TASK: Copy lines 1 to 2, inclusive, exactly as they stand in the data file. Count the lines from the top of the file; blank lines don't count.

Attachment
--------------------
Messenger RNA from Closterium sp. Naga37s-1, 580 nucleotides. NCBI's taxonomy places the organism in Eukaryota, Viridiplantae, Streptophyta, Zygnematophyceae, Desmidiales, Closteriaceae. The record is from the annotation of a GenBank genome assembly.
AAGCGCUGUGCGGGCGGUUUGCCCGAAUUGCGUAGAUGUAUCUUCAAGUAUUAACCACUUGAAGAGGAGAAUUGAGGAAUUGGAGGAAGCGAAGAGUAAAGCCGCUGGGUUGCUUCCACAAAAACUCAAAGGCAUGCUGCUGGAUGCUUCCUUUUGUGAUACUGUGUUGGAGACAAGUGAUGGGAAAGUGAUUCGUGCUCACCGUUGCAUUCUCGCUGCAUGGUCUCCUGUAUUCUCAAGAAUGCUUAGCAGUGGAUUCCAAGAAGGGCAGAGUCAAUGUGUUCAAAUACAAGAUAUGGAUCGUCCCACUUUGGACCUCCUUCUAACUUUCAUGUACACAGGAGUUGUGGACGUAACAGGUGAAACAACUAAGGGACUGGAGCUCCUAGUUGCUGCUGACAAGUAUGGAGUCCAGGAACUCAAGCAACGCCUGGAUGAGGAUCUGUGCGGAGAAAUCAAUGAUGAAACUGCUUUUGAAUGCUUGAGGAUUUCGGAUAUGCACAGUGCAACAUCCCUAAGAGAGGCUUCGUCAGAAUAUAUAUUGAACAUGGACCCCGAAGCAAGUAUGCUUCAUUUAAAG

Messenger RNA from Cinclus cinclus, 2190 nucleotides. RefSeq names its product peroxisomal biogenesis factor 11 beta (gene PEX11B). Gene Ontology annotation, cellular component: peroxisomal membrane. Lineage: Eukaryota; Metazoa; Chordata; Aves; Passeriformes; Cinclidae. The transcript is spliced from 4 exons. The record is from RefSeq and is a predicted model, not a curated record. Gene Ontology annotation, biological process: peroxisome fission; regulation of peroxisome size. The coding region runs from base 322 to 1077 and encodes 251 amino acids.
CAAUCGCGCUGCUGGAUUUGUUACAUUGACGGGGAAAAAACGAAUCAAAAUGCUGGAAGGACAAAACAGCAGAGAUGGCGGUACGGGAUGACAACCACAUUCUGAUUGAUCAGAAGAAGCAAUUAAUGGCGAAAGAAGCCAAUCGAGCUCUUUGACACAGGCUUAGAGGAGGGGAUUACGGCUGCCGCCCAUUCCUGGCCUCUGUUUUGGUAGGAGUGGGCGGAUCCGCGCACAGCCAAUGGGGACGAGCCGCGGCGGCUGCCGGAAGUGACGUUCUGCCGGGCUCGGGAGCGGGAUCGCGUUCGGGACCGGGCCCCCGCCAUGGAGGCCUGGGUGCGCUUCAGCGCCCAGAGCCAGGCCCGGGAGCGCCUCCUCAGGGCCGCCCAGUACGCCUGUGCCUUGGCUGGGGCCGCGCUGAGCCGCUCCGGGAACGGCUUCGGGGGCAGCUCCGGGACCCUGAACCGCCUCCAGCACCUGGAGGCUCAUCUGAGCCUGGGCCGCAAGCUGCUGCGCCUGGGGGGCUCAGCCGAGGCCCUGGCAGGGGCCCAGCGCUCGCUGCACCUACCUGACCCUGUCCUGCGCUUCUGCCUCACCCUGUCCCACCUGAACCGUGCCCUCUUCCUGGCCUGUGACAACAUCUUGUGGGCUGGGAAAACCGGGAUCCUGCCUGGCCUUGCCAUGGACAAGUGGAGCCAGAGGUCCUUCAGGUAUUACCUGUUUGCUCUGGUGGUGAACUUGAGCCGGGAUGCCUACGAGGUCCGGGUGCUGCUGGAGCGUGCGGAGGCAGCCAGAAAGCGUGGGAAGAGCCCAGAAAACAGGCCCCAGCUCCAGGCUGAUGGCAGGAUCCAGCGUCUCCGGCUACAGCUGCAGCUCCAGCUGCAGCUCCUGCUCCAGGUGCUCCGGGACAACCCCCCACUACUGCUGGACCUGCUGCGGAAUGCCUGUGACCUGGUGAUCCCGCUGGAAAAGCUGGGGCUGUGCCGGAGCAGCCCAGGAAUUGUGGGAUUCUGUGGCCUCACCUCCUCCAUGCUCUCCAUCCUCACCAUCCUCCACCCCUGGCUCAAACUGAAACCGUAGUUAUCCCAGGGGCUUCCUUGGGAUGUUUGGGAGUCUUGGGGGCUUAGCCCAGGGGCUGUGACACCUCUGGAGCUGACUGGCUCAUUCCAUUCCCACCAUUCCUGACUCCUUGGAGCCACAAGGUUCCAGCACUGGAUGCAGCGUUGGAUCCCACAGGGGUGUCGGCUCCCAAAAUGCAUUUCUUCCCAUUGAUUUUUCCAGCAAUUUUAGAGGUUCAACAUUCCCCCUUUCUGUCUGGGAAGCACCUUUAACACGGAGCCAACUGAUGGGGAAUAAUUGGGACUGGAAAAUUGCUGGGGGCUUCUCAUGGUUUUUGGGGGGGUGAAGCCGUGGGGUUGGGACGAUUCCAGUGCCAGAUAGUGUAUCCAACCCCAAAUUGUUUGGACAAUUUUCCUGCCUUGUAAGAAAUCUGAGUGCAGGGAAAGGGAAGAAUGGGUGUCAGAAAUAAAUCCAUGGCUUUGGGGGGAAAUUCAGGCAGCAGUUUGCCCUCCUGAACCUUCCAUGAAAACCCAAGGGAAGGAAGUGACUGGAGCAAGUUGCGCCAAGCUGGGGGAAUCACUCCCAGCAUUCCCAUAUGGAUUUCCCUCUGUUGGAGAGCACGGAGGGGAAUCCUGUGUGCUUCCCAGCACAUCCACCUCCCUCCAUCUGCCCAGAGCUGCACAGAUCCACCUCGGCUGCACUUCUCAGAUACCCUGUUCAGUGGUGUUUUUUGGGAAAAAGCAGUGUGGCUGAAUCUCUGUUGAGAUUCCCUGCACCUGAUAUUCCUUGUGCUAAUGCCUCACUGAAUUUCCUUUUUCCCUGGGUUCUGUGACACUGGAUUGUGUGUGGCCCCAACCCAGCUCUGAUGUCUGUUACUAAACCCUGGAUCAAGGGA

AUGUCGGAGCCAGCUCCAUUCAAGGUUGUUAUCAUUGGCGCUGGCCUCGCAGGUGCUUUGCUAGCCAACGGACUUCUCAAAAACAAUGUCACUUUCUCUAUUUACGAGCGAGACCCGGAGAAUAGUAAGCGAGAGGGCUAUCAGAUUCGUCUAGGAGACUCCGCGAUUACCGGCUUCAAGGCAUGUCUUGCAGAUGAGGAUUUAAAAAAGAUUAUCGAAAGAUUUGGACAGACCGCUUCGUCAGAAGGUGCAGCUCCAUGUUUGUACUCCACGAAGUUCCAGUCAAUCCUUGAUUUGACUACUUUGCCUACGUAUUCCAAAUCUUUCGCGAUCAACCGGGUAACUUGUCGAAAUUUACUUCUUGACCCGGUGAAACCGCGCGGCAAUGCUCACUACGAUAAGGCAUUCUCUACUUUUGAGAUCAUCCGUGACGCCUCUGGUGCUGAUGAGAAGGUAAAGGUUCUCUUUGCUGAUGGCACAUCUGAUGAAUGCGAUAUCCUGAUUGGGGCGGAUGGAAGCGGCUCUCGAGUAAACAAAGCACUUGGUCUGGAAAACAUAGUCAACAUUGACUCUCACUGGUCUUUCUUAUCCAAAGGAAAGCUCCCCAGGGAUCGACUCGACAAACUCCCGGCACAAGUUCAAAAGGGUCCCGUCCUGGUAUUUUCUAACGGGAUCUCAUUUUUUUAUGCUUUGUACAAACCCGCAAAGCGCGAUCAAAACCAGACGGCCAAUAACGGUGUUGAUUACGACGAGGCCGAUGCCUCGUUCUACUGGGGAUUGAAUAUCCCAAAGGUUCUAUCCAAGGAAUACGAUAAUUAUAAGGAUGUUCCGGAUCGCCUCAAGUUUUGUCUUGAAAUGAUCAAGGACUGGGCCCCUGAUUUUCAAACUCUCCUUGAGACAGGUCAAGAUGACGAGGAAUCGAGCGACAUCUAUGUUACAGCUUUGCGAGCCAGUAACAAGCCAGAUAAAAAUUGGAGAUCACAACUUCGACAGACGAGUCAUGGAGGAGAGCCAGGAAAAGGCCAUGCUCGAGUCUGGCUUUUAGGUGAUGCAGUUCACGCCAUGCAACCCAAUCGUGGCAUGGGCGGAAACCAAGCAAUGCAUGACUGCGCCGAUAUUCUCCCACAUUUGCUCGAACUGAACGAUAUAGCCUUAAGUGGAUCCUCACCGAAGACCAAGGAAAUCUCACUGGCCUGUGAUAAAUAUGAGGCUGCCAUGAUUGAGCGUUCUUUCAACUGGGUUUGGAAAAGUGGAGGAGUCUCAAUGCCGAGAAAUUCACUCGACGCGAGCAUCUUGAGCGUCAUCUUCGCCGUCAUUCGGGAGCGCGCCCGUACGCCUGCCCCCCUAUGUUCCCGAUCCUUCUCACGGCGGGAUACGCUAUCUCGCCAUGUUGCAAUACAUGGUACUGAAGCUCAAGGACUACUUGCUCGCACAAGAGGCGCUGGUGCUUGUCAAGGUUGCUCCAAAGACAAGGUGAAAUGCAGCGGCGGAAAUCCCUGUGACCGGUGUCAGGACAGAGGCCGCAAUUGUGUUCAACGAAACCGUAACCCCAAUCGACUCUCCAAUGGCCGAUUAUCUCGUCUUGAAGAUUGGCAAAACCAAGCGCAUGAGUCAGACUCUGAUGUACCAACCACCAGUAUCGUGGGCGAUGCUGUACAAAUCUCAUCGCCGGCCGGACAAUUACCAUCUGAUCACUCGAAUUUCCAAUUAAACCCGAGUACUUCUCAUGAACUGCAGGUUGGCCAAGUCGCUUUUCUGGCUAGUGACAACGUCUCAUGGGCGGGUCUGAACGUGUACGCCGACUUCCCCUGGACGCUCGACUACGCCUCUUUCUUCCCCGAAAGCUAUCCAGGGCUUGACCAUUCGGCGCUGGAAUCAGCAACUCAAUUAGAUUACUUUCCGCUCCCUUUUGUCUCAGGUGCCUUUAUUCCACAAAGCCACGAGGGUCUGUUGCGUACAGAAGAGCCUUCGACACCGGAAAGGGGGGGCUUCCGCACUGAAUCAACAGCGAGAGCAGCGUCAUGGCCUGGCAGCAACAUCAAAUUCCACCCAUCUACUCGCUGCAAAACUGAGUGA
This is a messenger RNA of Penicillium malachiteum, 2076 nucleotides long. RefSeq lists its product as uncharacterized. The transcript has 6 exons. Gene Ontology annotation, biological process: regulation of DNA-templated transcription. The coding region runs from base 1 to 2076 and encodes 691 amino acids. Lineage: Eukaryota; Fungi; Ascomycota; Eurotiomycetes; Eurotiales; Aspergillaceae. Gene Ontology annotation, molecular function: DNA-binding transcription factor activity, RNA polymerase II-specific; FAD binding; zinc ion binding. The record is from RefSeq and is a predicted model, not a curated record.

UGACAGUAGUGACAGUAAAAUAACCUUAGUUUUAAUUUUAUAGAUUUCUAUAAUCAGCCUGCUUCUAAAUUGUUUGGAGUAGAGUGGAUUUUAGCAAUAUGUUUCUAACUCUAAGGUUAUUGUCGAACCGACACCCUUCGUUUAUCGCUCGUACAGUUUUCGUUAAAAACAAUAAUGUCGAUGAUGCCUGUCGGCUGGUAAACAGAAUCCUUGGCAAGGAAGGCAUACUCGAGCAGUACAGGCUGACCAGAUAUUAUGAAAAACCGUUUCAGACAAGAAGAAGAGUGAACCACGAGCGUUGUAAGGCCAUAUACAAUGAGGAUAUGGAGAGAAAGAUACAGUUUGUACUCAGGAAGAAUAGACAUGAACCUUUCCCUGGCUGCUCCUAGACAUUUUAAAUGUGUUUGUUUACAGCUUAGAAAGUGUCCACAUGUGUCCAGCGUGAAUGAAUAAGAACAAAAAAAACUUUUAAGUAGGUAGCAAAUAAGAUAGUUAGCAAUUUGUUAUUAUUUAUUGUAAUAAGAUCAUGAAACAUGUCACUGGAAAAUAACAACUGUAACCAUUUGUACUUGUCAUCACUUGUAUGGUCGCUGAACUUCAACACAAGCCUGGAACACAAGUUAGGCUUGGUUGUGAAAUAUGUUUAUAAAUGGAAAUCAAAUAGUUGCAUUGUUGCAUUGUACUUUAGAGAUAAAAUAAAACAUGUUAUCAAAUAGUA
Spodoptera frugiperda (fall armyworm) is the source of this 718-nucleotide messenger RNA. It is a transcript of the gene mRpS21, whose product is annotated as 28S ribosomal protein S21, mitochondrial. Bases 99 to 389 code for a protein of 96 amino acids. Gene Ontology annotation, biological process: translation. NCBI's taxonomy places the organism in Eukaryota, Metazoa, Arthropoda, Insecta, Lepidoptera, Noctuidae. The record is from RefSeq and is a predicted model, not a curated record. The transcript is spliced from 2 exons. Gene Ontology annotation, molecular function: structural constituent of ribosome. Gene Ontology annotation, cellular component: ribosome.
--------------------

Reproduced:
Messenger RNA from Closterium sp. Naga37s-1, 580 nucleotides. NCBI's taxonomy places the organism in Eukaryota, Viridiplantae, Streptophyta, Zygnematophyceae, Desmidiales, Closteriaceae. The record is from the annotation of a GenBank genome assembly.
AAGCGCUGUGCGGGCGGUUUGCCCGAAUUGCGUAGAUGUAUCUUCAAGUAUUAACCACUUGAAGAGGAGAAUUGAGGAAUUGGAGGAAGCGAAGAGUAAAGCCGCUGGGUUGCUUCCACAAAAACUCAAAGGCAUGCUGCUGGAUGCUUCCUUUUGUGAUACUGUGUUGGAGACAAGUGAUGGGAAAGUGAUUCGUGCUCACCGUUGCAUUCUCGCUGCAUGGUCUCCUGUAUUCUCAAGAAUGCUUAGCAGUGGAUUCCAAGAAGGGCAGAGUCAAUGUGUUCAAAUACAAGAUAUGGAUCGUCCCACUUUGGACCUCCUUCUAACUUUCAUGUACACAGGAGUUGUGGACGUAACAGGUGAAACAACUAAGGGACUGGAGCUCCUAGUUGCUGCUGACAAGUAUGGAGUCCAGGAACUCAAGCAACGCCUGGAUGAGGAUCUGUGCGGAGAAAUCAAUGAUGAAACUGCUUUUGAAUGCUUGAGGAUUUCGGAUAUGCACAGUGCAACAUCCCUAAGAGAGGCUUCGUCAGAAUAUAUAUUGAACAUGGACCCCGAAGCAAGUAUGCUUCAUUUAAAG